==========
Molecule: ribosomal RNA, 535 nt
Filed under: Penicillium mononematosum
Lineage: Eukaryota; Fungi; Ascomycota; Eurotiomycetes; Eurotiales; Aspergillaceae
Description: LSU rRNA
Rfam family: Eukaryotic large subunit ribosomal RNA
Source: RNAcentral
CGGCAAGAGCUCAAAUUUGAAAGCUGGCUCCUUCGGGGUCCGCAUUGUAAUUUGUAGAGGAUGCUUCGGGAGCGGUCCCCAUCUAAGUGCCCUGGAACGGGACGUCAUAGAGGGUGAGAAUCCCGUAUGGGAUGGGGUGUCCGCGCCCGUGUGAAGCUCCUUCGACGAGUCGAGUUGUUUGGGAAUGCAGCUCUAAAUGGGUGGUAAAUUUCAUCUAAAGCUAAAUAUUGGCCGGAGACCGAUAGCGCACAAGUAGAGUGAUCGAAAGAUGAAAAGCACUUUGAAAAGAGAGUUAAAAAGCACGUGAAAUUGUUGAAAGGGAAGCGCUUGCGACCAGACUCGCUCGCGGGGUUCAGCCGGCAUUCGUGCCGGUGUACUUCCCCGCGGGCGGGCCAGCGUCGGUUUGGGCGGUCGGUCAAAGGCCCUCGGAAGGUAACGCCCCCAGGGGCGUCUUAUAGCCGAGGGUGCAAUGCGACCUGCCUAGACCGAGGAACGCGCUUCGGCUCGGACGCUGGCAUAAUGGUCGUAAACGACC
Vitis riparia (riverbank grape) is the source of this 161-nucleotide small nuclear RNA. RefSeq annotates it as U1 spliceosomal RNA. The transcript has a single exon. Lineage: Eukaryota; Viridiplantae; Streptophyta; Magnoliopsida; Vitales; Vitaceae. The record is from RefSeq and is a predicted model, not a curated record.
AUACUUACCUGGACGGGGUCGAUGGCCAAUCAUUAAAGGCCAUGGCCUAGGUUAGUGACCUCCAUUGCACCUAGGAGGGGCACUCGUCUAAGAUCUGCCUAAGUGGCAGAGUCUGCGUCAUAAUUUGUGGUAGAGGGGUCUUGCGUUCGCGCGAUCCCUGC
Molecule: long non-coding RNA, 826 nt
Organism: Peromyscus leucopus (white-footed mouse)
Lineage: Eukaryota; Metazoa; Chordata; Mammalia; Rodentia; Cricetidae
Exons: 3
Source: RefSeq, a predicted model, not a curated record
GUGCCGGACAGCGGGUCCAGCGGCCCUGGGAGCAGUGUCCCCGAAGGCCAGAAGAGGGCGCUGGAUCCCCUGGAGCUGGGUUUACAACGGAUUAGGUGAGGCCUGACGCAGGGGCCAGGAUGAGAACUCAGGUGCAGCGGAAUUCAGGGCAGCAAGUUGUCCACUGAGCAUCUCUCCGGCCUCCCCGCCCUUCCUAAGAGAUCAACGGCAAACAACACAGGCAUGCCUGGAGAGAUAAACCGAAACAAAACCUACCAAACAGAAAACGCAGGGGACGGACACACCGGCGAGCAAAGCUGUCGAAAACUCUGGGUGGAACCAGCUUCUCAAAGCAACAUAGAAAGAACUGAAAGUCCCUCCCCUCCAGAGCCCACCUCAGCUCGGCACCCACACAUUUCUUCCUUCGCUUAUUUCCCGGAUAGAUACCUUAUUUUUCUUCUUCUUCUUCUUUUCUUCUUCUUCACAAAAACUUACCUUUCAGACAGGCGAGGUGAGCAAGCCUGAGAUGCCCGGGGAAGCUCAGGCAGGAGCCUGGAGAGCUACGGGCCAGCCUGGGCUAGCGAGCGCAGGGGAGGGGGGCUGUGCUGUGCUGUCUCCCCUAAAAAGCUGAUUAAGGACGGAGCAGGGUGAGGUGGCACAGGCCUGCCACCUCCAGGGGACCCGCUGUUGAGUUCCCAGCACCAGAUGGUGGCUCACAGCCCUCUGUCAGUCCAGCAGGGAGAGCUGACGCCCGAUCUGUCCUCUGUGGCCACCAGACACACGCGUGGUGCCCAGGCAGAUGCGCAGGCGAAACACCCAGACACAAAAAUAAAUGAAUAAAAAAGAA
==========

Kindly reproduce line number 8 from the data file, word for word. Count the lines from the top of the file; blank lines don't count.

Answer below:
Vitis riparia (riverbank grape) is the source of this 161-nucleotide small nuclear RNA. RefSeq annotates it as U1 spliceosomal RNA. The transcript has a single exon. Lineage: Eukaryota; Viridiplantae; Streptophyta; Magnoliopsida; Vitales; Vitaceae. The record is from RefSeq and is a predicted model, not a curated record.